In California, alimony law is complex, with decisions on spousal support (alimony) being determined based on numerous factors. And, it is also true that the court presiding over the matter has wide ranging discretion in determining whether alimony should be paid, and if so, in what amount.
Some of the major factors involved include: the extent to which a party is able to maintain the same standard of living as existed during the marriage, the impact long periods of unemployment (in order to attend to domestic duties) had on a spouse's marketable job skills, the degree to which the party to be supported contributed to the supporting party's work-related degree or training, the earning capacity of the supporting party, and the length of time that the marriage lasted.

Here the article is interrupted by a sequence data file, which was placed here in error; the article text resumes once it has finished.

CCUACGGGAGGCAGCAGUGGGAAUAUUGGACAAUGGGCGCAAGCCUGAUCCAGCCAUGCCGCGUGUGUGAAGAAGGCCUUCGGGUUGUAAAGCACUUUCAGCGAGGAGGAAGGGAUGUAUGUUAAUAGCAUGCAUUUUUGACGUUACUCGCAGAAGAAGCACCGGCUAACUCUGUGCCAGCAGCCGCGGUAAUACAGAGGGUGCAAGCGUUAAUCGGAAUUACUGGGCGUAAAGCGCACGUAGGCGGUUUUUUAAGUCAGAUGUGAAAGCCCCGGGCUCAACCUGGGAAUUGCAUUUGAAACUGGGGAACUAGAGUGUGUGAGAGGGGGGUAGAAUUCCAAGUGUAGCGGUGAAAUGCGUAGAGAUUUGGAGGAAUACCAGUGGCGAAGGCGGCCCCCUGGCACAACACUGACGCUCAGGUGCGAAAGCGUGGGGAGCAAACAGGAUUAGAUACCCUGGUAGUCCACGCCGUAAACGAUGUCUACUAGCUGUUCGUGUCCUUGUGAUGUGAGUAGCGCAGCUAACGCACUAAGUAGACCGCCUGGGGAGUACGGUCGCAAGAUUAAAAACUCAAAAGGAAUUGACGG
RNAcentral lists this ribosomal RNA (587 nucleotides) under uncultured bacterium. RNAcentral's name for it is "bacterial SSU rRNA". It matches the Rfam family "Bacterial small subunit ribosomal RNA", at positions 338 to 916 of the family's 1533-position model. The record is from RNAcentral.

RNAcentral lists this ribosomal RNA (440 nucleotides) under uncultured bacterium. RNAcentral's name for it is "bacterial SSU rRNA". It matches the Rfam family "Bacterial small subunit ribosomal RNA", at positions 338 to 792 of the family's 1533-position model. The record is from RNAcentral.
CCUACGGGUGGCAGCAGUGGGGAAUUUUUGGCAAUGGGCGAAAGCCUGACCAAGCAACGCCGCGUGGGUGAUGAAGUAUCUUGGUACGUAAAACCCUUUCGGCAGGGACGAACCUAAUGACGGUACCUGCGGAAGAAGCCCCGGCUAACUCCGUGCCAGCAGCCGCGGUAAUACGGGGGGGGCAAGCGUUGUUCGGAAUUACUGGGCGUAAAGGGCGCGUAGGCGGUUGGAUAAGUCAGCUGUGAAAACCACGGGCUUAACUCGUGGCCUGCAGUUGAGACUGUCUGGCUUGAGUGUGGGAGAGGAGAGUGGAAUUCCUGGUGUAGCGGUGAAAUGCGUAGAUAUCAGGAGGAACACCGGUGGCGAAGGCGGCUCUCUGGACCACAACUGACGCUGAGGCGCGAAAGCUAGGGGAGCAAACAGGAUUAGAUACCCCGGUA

In most cases, alimony will not be for life but will last for a specific period of time. The court will determine this duration based on how long it will take the supported party to transition back into single life or based on a demonstrable reason why the supported party would no longer need alimony support at some future date.
For more on alimony, see the section at the bottom of this page on "spousal support."